Upon the announcement of the imminent demolition of 5 Pointz, the internationally renown graffiti mecca in Long Island City, New York, a group of young designers - Arianna Armelli, Ishaan Kumar, David Sepulveda and Wagdy Moussa - joined together to form DEFACED, "a theoretical project designed to ask the question of whether an organization for the preservation of cultural relics of New York and cities around the world can be formed and implemented." The group focuses on the gentrification of New York City's cityscape and its accompanying sociopolitical issues, along with the protection of cultural landmarks and districts around the world.
Gentrification: The Latest Architecture and News
Gentrification is seen as a rising menace in many cities. The process whereby rich "gentrifiers" move into neighborhoods, driving up property prices and thus driving out those unable to afford those prices, has drawn criticism from activists and planners for years. However, this article by io9 writer Annalee Newitz, first published by io9 as "This is What Gentrification Really Is", tells us that the issue is not quite the struggle between good and evil that it first appears to be. Gentrification is a process dependent on economy, political climate, and the mercurial nature of urban development itself - and sometimes fighting against it only serves to exacerbate the problem. Find out what we can do in the face of gentrification after the break.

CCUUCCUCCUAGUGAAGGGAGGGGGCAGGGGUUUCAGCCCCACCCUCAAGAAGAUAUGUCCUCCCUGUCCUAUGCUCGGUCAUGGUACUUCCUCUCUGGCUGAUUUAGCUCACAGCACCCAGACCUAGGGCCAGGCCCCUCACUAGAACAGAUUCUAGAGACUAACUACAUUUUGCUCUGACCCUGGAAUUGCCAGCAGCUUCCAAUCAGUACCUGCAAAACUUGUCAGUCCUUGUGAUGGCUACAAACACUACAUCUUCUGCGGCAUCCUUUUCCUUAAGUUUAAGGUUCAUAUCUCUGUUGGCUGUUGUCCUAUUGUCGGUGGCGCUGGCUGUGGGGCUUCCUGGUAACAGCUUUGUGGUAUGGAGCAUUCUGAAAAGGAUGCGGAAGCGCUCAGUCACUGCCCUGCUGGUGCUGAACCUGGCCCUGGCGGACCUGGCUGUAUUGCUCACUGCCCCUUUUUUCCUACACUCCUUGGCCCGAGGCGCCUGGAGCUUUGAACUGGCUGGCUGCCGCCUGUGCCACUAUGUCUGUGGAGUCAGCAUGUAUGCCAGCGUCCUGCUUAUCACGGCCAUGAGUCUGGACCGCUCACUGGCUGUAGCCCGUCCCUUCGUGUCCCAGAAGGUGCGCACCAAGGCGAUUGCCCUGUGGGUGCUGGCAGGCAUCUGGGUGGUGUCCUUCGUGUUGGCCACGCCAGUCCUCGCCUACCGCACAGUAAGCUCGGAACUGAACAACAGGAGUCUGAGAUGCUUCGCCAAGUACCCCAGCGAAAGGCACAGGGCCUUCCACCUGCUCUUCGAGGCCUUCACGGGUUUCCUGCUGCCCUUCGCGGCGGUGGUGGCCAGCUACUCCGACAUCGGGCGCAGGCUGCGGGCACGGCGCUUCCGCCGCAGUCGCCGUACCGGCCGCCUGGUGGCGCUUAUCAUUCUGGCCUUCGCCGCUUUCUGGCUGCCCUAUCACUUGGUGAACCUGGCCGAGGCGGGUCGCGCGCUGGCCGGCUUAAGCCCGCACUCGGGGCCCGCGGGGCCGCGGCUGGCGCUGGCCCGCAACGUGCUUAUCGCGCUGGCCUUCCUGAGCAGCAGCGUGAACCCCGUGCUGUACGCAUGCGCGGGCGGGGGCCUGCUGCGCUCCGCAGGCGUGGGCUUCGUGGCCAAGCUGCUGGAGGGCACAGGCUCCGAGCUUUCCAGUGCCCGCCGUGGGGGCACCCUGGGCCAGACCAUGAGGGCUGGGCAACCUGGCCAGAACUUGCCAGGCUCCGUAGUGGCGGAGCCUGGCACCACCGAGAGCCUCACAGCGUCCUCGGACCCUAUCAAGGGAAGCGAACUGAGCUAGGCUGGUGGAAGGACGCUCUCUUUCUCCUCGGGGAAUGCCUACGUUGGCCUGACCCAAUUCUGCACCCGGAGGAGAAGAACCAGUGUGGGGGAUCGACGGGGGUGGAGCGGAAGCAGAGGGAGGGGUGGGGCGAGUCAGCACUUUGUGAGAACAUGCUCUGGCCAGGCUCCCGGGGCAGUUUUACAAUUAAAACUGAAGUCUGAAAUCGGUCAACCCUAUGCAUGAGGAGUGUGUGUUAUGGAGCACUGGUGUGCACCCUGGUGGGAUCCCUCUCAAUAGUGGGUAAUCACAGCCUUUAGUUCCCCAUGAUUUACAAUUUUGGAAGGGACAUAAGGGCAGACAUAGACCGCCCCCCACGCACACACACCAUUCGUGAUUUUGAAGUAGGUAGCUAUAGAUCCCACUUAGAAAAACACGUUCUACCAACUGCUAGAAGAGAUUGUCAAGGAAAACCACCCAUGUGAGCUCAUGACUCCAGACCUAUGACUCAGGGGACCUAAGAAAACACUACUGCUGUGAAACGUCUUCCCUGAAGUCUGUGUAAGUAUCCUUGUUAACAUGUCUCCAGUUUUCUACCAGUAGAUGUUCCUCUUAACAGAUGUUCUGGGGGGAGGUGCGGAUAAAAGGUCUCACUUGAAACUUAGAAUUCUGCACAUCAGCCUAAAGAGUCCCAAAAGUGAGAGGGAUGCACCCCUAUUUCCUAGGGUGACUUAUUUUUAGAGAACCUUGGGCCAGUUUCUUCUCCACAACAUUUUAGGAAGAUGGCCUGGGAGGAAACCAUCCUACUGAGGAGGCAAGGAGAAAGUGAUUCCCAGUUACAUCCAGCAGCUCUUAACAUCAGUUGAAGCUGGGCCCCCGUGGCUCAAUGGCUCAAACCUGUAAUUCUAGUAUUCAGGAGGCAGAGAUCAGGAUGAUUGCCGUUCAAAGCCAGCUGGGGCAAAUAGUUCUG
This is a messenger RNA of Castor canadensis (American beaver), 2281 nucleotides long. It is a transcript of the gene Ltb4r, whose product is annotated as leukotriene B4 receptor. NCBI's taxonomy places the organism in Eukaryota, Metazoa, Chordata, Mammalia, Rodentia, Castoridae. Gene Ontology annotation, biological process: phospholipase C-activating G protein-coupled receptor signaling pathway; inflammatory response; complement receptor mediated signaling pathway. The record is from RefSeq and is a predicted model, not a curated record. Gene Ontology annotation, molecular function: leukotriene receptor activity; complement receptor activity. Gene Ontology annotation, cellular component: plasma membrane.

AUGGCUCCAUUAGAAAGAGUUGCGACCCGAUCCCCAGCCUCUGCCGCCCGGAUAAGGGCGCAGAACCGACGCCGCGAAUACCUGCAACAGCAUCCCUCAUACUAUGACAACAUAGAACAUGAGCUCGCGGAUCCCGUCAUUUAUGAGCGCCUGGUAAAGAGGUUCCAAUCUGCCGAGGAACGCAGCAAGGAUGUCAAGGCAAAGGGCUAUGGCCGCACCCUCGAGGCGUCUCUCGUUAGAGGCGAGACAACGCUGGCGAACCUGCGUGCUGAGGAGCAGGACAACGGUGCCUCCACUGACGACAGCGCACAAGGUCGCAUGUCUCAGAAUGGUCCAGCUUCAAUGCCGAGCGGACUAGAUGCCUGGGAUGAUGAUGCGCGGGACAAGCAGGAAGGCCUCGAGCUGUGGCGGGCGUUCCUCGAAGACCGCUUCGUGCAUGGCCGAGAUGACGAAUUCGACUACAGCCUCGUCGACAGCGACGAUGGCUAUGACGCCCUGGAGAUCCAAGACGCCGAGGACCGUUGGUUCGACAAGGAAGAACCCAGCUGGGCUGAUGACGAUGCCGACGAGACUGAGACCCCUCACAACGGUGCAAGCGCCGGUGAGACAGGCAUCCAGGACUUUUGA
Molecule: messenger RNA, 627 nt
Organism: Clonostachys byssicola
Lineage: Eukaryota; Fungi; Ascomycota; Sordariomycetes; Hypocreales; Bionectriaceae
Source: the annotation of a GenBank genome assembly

After decades of contention between residents and politicians, the Bloomberg administration will announce on Wednesday plans of constructing a six-acre complex by SHoP and Beyer Blinder Belle Architects over a ten year period. Nine vacant lots in New York City's Lower East Side will be erected into a mega-development of retail, office, entertainment, cultural and housing units. The complex will be located in rapidly gentrifying neighborhood, once home to working-class Italians, Jews, Puerto Ricans and Ukrainians, and has struggled to preserve affordable housing against an encroaching luxury market. In response, developers have collaborated with local community groups agreeing that half of the projected 1,000 apartments will be for low-, moderate-, and middle-income families.
However, is this enough to sustain a balance of varying incomes?